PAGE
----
Date of Award

January 2015

Document Type

Open Access Thesis

Degree Name

Medical Doctor (MD)



First Advisor

Sarwat I. Chaudhry

Subject Area(s)



Heart failure (HF) is one of the most common reasons for hospitalization and the leading

cause of 30-day readmissions. There is great interest in developing strategies to reduce

hospital utilization in this large and growing patient population. Aside from classic heart

failure symptoms of dyspnea and fatigue, other symptoms reported include decreased

appetite, pain and anxiety. These symptoms may be amenable to treatment and patients hospitalized with heart failure may benefit from intensive symptom management in the

form of palliative care. There is limited data in the heart failure population about symptom burden both during hospitalization and shortly after hospital discharge, as well

as patients' perceptions of palliative care. Therefore, our aim was to evaluate if patients discharged from the hospital after acute decompensated heart failure exhibit a high

burden of residual symptoms one week post-discharge. Patients hospitalized for heart failure were enrolled in this prospective cohort study. Patients were interviewed about symptom burden using the Edmonton Symptom Assessment System (ESAS) and Patient Health Questionnaire (PHQ-8) during the hospital admission and 7 to 10 days post- discharge. Patients were also questioned about existing knowledge of palliative care, and then - after a brief, standardized explanation of the goals of palliative care - patients were queried about their interest in receiving palliative care services. Ninety-one patients were enrolled; their mean age was 71.5 years (SD 12.6 years) 51.6% were female and 74.5% had NYHA class III/IV heart failure. Symptoms frequently reported during the baseline interview included decreased wellbeing (94.1%), fatigue (85.9%), shortness of breath (81.2%), anxiety (62.4%) and pain (47.1%). Frequent symptoms reported in the follow- up interview were decreased wellbeing (95.3%), fatigue (88.2%) and shortness of breath (84.7%), anxiety (60.0%) and pain (55.3%). While only 22.4% of patients had heard of `palliative care,' after a standardized explanation, 68.2% were interested in receiving palliative care services while hospitalized. Patients hospitalized for heart failure experience a high burden of symptoms, including not only those usually associated with heart failure such as dyspnea and fatigue, but also anxiety and pain. These symptoms are common during hospitalization and the majority of patients appear to experience troublesome symptoms shortly after discharge as well. Given that patients' symptoms frequently drive health care utilization, integration of palliative care into routine heart failure management is a promising strategy to reduce readmission after heart failure hospitalization.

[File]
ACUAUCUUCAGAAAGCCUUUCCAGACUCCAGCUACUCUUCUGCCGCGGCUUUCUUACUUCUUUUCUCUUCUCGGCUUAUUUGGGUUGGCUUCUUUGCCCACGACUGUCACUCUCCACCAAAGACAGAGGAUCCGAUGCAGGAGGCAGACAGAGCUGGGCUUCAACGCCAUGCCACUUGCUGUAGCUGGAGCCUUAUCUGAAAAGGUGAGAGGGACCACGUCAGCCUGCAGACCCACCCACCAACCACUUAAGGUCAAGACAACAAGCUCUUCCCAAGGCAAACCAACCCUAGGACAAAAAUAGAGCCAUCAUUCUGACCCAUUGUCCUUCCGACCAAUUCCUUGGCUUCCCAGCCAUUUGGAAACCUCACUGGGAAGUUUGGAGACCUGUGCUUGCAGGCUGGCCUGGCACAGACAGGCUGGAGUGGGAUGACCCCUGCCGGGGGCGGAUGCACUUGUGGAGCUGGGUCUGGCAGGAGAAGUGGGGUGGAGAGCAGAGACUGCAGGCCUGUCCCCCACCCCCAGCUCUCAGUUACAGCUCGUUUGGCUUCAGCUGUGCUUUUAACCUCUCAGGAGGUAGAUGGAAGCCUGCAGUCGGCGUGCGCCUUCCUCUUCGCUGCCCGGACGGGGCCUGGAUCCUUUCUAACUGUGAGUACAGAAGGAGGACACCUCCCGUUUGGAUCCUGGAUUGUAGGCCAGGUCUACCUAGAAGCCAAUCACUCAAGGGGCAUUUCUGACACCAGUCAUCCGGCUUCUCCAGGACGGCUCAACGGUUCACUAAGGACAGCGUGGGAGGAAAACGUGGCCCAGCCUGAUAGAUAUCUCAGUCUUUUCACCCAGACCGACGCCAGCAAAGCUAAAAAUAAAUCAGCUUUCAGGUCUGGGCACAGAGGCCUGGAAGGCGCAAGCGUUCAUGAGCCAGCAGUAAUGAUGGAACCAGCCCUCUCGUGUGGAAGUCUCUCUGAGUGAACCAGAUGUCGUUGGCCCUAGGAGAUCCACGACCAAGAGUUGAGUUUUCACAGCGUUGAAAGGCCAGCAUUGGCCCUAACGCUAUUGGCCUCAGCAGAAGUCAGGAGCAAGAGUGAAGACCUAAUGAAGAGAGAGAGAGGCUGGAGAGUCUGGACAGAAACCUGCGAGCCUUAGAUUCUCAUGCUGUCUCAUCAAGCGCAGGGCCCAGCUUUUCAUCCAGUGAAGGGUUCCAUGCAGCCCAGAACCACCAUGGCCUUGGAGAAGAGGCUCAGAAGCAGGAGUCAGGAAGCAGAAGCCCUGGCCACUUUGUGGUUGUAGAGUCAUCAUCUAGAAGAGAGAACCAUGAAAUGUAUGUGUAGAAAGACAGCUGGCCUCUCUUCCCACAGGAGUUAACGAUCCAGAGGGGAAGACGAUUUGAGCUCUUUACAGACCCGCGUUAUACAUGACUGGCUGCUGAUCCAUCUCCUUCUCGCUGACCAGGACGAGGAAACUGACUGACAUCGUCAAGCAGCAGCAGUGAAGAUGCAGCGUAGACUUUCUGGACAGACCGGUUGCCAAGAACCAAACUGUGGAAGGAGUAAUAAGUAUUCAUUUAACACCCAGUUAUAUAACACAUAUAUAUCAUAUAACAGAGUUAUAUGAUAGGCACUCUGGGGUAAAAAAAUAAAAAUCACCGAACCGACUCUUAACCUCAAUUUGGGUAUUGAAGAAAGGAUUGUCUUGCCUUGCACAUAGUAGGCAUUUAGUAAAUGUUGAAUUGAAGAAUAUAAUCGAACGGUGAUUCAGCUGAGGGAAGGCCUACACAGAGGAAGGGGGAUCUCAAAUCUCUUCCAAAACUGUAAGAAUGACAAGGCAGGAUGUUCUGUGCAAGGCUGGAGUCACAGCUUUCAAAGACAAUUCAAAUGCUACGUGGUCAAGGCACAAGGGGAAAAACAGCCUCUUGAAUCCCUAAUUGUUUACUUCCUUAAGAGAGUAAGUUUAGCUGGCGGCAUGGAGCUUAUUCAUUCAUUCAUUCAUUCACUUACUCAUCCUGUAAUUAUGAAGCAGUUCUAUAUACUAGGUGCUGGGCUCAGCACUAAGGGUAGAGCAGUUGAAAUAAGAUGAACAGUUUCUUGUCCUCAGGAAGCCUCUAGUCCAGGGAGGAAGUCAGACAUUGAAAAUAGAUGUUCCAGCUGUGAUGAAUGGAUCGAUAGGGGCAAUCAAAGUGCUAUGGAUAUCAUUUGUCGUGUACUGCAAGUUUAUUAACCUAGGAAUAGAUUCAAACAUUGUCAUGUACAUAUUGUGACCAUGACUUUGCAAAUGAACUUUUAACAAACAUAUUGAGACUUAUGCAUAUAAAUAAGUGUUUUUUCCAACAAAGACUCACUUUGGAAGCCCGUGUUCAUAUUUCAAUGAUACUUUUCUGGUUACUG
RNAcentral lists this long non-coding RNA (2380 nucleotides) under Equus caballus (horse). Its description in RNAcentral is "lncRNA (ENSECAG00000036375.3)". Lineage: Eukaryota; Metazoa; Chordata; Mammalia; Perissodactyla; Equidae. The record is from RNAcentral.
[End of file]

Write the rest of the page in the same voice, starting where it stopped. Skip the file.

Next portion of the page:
This is an Open Access Thesis.

Open Access

This Article is Open Access